Insurance deductibles don’t have to be boring. Simply put, the deductible is the amount of money that you, the policyholder, would pay in an insurance claim before the insurance coverage begins paying you. It makes up your portion of the financial responsibility of a claim, and the terms are built into your insurance contract.
Typically, the policyholder will decide the amount of the deductible before a claim gets paid. Once you pay your deductible, the insurance company pays you the rest, depending on policy limits and conditions.
Basics of Insurance Deductibles
This article covers the basics of what an insurance deductible is. The topics are in each of the headers, and include:
- How deductibles work
- What a minimum deductible is
- How to find out how much your deductible is
- How your insurance deductible can vary
- Example of how a deductible works
How do deductibles work?
The purpose of insurance is to protect yourself from financial risks from losses or damages. When you buy an insurance policy, you are asking an insurance company to cover your losses if you suffer an unexpected event that could hurt you financially. So the insurance company agrees to cover those losses, but only on the condition that you, the insured, pay for the first part of it, in the form of a deductible.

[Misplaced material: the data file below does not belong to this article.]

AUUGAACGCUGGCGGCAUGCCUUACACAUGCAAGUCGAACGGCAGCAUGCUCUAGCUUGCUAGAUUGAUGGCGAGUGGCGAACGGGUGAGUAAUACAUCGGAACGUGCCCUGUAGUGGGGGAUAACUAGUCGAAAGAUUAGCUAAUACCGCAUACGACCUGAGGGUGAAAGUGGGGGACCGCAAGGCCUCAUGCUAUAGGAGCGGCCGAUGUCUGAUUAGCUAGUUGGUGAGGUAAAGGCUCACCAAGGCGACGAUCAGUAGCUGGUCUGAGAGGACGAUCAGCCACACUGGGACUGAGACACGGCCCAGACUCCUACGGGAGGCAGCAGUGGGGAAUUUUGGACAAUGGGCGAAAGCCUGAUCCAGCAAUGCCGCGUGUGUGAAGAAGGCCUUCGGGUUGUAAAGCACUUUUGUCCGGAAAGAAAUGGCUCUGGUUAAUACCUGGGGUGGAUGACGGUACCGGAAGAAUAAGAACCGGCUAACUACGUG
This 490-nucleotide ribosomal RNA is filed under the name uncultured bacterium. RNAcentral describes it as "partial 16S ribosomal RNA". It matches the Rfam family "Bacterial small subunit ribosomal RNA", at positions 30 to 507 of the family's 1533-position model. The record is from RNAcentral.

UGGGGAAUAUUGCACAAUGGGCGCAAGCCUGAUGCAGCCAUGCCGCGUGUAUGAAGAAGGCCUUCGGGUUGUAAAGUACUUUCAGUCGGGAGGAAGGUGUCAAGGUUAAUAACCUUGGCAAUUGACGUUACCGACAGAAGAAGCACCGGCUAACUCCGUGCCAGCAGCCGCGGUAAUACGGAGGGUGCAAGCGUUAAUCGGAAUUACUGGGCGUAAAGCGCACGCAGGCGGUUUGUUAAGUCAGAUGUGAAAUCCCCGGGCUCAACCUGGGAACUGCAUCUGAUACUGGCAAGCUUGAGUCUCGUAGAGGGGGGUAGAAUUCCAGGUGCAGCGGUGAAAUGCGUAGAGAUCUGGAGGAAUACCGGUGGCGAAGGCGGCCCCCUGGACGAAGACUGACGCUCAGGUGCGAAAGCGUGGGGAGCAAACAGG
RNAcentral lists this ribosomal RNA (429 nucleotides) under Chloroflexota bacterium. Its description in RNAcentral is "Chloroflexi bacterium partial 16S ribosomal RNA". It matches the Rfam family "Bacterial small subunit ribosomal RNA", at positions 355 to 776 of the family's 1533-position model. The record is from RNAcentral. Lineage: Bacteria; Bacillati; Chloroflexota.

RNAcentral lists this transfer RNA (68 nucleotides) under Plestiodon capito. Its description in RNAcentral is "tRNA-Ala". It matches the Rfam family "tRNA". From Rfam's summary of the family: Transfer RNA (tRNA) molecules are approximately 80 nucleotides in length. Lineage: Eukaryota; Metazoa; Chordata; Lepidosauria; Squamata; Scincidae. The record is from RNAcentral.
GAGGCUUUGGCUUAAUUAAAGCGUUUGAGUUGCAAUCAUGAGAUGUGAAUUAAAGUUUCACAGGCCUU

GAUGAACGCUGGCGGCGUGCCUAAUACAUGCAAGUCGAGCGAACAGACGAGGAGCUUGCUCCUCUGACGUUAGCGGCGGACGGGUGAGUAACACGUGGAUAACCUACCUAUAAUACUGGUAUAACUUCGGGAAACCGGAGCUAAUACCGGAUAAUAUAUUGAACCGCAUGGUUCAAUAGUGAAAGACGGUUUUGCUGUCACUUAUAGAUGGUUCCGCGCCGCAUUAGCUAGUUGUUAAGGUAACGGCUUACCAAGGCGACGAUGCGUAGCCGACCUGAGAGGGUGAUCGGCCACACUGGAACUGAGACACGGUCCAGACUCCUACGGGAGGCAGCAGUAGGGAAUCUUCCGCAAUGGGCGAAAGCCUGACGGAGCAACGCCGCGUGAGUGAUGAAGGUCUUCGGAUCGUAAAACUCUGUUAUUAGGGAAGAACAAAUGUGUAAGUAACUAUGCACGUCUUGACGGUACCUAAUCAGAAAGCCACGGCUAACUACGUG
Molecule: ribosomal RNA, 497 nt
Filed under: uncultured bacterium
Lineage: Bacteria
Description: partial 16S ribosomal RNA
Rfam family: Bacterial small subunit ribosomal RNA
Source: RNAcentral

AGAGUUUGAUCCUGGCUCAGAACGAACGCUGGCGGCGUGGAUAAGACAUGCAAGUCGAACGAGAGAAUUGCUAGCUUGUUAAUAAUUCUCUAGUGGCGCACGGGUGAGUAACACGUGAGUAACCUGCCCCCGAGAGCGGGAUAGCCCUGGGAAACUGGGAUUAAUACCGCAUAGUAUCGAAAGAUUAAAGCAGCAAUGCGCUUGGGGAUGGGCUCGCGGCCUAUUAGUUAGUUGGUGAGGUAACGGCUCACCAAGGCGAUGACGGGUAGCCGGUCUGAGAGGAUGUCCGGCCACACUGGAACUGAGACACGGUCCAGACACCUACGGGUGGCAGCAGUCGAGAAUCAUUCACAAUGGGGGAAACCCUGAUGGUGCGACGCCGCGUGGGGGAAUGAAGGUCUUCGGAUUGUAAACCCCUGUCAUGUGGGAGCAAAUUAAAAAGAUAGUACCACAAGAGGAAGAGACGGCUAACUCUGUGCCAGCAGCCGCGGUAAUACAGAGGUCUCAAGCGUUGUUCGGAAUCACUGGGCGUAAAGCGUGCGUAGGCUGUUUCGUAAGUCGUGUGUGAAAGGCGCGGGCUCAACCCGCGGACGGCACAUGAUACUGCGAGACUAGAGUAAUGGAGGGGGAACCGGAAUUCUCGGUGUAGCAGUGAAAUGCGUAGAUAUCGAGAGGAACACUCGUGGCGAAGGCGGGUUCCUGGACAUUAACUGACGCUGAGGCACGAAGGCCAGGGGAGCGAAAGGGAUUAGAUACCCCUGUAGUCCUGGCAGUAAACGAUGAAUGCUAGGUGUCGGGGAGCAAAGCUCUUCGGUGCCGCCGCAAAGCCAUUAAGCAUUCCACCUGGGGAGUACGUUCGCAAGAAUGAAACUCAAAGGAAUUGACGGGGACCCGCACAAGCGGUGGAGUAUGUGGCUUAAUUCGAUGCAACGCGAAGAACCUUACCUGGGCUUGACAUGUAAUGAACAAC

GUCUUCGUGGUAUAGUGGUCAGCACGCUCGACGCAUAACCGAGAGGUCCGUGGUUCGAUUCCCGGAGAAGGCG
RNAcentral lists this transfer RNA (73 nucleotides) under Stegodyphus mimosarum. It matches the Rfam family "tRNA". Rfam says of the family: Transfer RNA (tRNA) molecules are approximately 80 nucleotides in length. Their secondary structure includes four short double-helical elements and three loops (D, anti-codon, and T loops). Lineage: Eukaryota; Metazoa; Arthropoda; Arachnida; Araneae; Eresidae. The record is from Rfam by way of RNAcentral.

If your deductible is $400, then that’s the amount that you would pay in the event of a claim, before the insurance company covers the rest of it. When you purchase your insurance policy, the insurance company will tell you how much the policy costs based on how large your deductible is.
What is a Minimum Deductible?
Often, an insurance policy will have a minimum deductible that the policyholder is required to pay before a claim is settled. Sometimes you can increase your deductible, and the cost of the insurance policy will decrease, but if there is a minimum deductible, you cannot decrease it.
How do you find out how much your deductible is?
Your deductible will most likely be listed in your insurance contract, on the declaration page, in the terms and conditions section. If you can’t find it, you should contact your broker or the insurance company.
Do insurance deductibles vary?
Some insurance companies offer zero deductible, or disappearing deductible, depending on some circumstances. But the bottom line is that the lower the deductible, generally the more you typically pay for the insurance policy itself.
You should consider this carefully when buying your insurance policy. It might be tempting to pay the lowest possible price for your policy, which could include a very high deductible. But that might be a bad long-term decision; if you’re unable to afford paying for the deductible, the insurance policy would be pointless.
What is an example of how a deductible works?
Here is a very simple example of how a deductible works in practice.
If you suffer from a loss by theft, and $7,500 worth of items are stolen, and you have a $500 deductible, you would first pay the $500, and the insurance company would pay the remaining $7,000.